Independent Force in the Music Industry Establishment
The Grateful Dead sang, “Don’t be a collector of more than you need. Got a lot of things growing, but keep watching your seeds.” The Grateful Dead is Howie Schnee’s favorite band, and this lyric not only reminds him of his first live concert experience, but it is advice he finds useful as an entrepreneur.
By remembering their humble beginnings and maintaining a grassroots philosophy, Schnee and his partner, Mike Maietta, have run a successful entertainment company for 18 years in the notoriously unpredictable music industry.
Creative Entertainment Group (CEG), an NYC-based business, provides artist management, concert and venue promotion in New York and in New Orleans, LA, and marketing for the music industry. Over the years, they’ve managed concert calendars of venues across the city, and in 2007, Schnee became the co-owner of Sullivan Hall.
They provide marketing and promotional services to companies like AEG and Bowery Presents and promote concerts for bands such as Everclear and New Found Glory. CEG’s founders have been able to keep their company independent while working among the music industry establishment.
Schnee is a second-generation entrepreneur; his dad owned Hamilton Luggage, a chain of luggage stores. Schnee realized that he wanted to own his own business—just not the family business. The fall after he graduated from college, he met legendary concert promoter Bill Graham and begged him for a job. While working multiple jobs to make ends meet (Graham paid him little), Schnee looked for the opportunity to branch out independently.
That chance came in 1993 when Schnee, Maietta, and a third founder, Brett Radin, started CEG. Today, their concert and event promotion services account for more revenue than artist management, but managing bands built a great foundation: “We remain very hands-on. Having that management experience has really worked out well for us because we can see through the artist’s eyes,” he said.
The power of partnerships
The hardest part of starting CEG wasn’t attracting the bands or landing venues, but rather, gaining credibility in an industry where one day you’re hot and the next you’re not. “A 22-year-old can call, but they’re calling from [top recording artist manager and executive chairman of Live Nation] Irving Azoff’s office, so you’re going to take that call. But Howie Schnee from Creative Entertainment Group? They’re going to ask, ‘who?’”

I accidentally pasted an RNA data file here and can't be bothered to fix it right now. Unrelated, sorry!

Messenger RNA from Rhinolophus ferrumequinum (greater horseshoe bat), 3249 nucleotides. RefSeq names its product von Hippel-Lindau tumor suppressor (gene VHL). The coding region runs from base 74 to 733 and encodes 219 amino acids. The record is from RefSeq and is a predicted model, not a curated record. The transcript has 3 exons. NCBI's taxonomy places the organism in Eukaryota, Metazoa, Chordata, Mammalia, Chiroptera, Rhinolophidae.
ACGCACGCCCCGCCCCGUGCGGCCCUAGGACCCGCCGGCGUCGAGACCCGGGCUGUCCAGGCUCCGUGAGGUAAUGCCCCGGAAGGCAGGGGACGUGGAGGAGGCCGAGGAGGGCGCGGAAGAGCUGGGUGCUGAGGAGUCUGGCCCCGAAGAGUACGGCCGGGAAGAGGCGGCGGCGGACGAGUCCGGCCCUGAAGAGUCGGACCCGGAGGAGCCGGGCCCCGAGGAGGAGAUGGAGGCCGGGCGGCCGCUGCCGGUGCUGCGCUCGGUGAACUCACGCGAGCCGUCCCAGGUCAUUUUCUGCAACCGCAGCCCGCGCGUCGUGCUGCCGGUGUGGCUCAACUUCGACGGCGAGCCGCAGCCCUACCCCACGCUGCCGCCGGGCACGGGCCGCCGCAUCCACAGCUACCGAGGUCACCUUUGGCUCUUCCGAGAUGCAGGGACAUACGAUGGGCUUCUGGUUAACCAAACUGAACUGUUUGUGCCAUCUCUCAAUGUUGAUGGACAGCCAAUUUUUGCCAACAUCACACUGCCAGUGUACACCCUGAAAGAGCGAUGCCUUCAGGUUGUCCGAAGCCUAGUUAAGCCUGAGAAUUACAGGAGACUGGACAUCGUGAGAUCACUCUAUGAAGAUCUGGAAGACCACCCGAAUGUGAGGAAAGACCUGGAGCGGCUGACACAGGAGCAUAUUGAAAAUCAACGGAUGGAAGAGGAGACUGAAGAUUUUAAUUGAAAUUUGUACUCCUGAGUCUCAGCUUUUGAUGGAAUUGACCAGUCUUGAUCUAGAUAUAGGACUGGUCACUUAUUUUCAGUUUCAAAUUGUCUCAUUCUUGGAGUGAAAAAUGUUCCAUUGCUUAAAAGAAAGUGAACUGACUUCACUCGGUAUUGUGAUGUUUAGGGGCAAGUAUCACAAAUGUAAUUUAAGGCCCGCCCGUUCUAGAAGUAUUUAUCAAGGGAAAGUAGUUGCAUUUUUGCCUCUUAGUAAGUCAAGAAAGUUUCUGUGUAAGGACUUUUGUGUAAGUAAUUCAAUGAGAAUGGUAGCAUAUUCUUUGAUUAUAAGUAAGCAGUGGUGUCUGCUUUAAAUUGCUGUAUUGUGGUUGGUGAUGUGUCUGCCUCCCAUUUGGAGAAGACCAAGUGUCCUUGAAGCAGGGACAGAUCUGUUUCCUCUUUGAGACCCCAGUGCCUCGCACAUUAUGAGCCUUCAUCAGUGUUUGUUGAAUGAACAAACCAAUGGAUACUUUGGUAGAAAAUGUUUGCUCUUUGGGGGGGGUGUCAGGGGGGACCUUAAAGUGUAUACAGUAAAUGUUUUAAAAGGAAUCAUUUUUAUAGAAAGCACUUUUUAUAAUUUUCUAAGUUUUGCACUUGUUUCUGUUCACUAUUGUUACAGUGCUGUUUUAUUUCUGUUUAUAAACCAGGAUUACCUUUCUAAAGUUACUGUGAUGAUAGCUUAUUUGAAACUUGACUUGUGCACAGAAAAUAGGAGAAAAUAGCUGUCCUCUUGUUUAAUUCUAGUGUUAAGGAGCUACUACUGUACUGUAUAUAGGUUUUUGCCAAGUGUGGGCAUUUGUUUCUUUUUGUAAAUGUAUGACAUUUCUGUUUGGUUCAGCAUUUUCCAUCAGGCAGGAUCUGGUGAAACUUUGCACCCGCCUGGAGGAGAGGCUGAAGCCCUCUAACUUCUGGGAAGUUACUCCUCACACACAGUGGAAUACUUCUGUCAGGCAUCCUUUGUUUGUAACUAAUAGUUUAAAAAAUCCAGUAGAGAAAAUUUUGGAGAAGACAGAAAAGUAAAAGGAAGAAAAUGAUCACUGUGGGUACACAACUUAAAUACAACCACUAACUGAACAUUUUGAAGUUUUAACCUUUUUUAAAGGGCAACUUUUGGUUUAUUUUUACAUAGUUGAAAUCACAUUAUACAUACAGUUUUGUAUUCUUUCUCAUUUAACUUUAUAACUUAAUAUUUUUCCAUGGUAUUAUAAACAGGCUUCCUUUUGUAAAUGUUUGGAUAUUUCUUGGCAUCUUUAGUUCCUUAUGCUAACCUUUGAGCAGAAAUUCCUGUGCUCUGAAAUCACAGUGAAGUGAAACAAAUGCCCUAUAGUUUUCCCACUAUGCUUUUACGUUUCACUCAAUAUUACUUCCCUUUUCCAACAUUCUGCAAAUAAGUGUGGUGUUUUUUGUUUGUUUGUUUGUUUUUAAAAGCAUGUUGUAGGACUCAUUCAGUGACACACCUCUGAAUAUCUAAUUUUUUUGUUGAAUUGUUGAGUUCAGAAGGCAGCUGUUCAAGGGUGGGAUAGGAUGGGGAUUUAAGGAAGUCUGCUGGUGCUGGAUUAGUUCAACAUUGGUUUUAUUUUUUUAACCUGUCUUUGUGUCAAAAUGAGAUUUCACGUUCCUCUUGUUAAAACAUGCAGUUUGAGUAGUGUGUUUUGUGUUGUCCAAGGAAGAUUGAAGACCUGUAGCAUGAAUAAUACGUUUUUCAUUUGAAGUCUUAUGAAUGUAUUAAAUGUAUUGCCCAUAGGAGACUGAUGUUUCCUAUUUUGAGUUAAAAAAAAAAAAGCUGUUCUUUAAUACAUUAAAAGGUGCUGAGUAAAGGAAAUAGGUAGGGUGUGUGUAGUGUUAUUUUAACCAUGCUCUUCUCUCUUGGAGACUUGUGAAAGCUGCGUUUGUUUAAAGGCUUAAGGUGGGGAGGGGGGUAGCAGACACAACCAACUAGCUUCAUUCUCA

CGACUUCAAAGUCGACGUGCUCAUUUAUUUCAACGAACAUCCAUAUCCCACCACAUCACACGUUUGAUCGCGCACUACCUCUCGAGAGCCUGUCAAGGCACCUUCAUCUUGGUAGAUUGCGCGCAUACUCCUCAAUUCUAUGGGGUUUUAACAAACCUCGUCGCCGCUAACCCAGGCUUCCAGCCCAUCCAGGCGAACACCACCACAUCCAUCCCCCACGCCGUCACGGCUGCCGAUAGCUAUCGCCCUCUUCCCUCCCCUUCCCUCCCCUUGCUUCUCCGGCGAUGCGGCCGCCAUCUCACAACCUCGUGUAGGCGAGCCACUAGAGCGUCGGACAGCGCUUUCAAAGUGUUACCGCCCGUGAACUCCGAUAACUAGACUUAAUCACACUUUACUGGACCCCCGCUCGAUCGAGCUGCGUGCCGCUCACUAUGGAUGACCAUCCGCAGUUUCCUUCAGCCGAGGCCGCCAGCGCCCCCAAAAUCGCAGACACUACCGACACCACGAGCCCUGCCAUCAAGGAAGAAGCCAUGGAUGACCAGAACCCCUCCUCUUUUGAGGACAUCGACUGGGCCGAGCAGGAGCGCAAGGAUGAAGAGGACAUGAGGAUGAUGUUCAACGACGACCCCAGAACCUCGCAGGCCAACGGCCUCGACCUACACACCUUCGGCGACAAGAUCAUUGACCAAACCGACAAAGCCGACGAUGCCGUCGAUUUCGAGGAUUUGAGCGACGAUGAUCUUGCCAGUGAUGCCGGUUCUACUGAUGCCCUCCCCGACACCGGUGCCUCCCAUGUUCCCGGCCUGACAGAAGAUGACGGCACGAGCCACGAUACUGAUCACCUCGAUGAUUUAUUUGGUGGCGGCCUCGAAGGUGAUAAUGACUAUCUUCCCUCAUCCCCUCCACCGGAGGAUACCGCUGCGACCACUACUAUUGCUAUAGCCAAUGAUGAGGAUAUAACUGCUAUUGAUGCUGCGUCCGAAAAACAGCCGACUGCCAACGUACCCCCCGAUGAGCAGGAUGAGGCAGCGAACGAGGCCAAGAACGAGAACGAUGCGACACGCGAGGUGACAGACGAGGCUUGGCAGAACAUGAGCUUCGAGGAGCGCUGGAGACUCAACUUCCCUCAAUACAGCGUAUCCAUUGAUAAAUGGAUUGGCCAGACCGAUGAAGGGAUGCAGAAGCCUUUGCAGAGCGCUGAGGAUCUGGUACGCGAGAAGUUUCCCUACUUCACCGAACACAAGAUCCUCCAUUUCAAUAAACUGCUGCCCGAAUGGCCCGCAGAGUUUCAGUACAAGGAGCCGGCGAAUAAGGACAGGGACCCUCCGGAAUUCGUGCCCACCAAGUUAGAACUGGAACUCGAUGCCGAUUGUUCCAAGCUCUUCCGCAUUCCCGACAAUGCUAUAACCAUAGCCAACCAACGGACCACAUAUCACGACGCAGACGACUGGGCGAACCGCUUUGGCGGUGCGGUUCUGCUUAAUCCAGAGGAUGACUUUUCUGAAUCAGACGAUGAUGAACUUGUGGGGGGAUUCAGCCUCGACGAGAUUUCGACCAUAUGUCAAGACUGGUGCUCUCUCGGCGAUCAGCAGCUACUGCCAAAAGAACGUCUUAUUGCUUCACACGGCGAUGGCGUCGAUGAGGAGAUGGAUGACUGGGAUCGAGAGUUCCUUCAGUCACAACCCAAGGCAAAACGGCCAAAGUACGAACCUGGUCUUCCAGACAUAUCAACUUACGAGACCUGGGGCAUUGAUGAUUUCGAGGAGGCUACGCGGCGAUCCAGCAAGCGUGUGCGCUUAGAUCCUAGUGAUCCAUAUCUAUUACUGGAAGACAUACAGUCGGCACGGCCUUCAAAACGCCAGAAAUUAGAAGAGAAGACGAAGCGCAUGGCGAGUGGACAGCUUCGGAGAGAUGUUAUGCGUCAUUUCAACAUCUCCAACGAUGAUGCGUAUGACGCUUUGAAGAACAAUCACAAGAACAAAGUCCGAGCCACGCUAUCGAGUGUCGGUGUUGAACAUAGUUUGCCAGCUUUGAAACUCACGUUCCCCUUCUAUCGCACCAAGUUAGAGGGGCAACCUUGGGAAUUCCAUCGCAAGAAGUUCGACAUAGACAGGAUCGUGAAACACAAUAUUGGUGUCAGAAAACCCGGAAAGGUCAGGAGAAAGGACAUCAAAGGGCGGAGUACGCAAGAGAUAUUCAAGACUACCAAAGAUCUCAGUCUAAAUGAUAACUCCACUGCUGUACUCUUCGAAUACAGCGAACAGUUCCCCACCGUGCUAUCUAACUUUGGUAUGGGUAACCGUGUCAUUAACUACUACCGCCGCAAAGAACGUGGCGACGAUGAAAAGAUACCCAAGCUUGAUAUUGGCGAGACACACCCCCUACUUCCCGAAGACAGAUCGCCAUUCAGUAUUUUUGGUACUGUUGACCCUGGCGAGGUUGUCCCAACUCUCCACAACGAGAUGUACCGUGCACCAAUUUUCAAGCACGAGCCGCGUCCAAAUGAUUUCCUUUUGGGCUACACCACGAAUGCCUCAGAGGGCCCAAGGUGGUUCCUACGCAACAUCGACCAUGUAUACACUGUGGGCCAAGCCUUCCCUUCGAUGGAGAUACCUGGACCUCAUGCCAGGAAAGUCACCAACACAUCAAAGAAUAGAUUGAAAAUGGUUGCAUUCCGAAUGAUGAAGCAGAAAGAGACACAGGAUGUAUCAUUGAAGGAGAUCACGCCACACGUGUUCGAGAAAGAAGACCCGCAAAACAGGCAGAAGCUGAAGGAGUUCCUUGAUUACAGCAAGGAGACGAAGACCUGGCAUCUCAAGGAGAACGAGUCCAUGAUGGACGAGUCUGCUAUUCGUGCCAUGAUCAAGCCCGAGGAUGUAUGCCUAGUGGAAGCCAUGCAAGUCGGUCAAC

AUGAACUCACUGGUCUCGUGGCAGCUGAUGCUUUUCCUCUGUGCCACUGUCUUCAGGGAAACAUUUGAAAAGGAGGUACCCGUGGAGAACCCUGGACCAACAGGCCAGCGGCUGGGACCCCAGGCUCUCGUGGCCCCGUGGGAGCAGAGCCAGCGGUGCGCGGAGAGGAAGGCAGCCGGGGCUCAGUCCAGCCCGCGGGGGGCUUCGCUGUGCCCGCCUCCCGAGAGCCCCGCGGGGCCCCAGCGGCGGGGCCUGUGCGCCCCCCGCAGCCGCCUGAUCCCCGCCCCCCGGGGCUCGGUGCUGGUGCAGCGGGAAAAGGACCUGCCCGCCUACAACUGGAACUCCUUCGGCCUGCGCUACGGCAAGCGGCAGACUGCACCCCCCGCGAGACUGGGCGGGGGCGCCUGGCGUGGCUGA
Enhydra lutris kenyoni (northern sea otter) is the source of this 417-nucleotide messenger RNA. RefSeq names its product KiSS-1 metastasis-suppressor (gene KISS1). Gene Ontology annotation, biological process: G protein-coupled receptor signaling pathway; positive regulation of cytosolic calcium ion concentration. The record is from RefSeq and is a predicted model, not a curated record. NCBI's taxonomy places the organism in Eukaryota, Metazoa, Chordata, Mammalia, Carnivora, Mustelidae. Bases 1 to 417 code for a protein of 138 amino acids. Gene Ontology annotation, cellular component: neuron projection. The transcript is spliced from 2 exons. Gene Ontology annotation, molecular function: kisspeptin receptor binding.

In response, CEG has focused on key partnerships. In the last nearly two decades, they’ve partnered with multiple companies to secure exclusive venues to promote their bands. They’ve also worked with similar companies to create concert series in New York and the Big Easy, and provided consulting and marketing services to major labels like Epic, Sony 550, A&M, and Columbia.
Staying light & looking ahead
In 2003, CEG had two big wins: they signed client Antigone Rising to the major label Lava/Atlantic, and they secured a sponsorship contract with Jameson Irish Whiskey to promote concerts in NYC and LA. Schnee says that, while it was a nice influx of cash, they didn’t increase spending. “2003 was by far the best year we had up to that point—but we didn’t spend it like it was,” Schnee says. “We were smart because we knew it could all go away.”
And it did. At the end of the year, Jameson didn’t renew their contract and Antigone Rising went to new management. The business weathered the hit because they remained lean. Because of this staying-lean mentailty, each year has been increasingly better, with 2009 highly successful, and 2010 being the best to date.
The reluctant mangers
“This isn’t a business to go into if you like to sleep. There aren’t really set working hours, it’s an all-day, all-night career,” Schnee says. To help lessen the difficulty of this imbalance of work/life, Schnee and Maietta have had one another. “[Maietta] sees things black-and-white, which I do not. We may not agree with one another, but we often meet in the middle, which seems to be the sweet spot,” he said.
The hands-on founders finally hired their first employee in 2000, but hiring employees proved to be a bigger challenge than managing temperamental rockstars. Wanting to keep a low overhead, Schnee hired “an assistant of sorts” but didn’t provide a formal title. “We don’t really do titles here,” he says. “There was never a point where I’ve said someone works for me. I always refer to my staff as my co-workers.”
Looking ahead, Schnee sees CEG expanding to other markets and creating inventive ways of improving the musical experience. Most importantly, though, CEG is keeping music as its priority.
“We will always have the understanding of the kind of music we’re doing and the sort of philosophy behind it. It all goes back to the Grateful Dead and what was so special about them. It’s the same thing that’s special about us: the idea of improvisation and that anything could happen any given night.”